Getting answers to questions like these is challenging work—and well worth the effort. But even with access to so much data, we can still tell very little about customers and prospects by observing their relatively passive social network participation. To really understand behavior, we must rely on a concept that is both so simple yet so poorly applied in social marketing that it borders on stupidity: stimulus and response.
Most classically-trained marketers understand the concept of introducing an offer (stimulus) and waiting for a response. And over the years we’ve learned to not just measure uptake, but also to understand more about why and when a prospect actually becomes a real marketing-qualified lead. Significant investment is made in refining this process, but I hear too many stories about this discipline not finding its way into social engagement.
Before I go into five discipline-building tips, I must offer one strong caveat: I’m not saying that you should simply treat social networks like any other channel – these are venues for strategic brand storytelling, not lead gen repurposing. So, with that said, I offer five steps for bringing stimulus/response into your social marketing strategy:
- Listen first. Take the time to understand your audience before engaging them – it’s okay to listen for a while. Don’t even think about promotion until you’re sure you understand the community’s vibe.
- Earn your way in. Don’t think offer first. That will probably deliver new followers, friends, members and circle joiners who are undoubtedly there for the wrong reasons. Share, help and tell stories before you even think of asking for something.
- Tailor, don’t generalize. Why not segment your followers, friends, members, etc., for more targeted, relevant campaigns. Sure, it takes more time, but you’d be surprised at how much more lift you get when you really understand what makes different segments unique. Generalize and you’ll just be another marketer to your audience.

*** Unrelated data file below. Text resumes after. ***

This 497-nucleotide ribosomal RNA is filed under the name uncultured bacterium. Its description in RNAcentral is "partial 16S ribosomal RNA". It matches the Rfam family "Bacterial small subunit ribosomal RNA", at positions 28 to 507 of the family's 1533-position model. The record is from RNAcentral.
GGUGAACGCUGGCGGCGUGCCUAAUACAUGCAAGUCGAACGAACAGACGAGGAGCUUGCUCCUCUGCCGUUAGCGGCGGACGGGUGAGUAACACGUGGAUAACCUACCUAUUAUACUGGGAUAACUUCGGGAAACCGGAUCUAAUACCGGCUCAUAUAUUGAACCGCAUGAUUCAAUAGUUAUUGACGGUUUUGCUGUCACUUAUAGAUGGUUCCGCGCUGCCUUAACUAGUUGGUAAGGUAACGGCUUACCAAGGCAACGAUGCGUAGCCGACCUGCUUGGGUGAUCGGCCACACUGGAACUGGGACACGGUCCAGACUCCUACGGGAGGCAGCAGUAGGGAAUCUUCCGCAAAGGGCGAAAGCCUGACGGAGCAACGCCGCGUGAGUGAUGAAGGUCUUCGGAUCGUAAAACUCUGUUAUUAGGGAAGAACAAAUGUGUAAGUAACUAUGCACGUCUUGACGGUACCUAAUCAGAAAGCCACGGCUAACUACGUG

- Stimulate in bites, not batches. A campaign within social networks needn’t always be a fully-integrated, highly-structured program that relies on aggregated metrics alone. This is especially true in B2B marketing where five well-nurtured social contacts could actually make a salesperson’s quarter. Try to understand a few prospects better through bites of engagement and tailored offers and see what that yields.
- Study responses by hand. If you’ve listened, earned your way in, tailored your campaign and taken the extra effort to engage in bites, you likely have a good idea of who’s who in your strategically-expanding social ecosystem. Look at who they are, study commonalities and refine your content strategy to match your ideal prospects. Don’t simply generalize anymore.
We love data at Greenough. We pore over it daily, but we also understand that social marketing isn’t driven by data alone. Yes, stimulus and response works well with highly-structured data analysis, and you should have a plan for that too, but don’t be afraid to get your hands dirty and use it like a conversation instead of simply a scientific probe.
Scott Bauman is executive vice president at Greenough.
Wednesday, March 28, 2012 | Leave a Comment
I‘m a Pittsburgh Penguins fan, so it pains me to write this. The Boston Bruins just launched a new “portal” inside the NHL.com Network and there are things I like about it and things I don’t. Mostly, begrudgingly, I like Bruin’s DEN, and here’s why: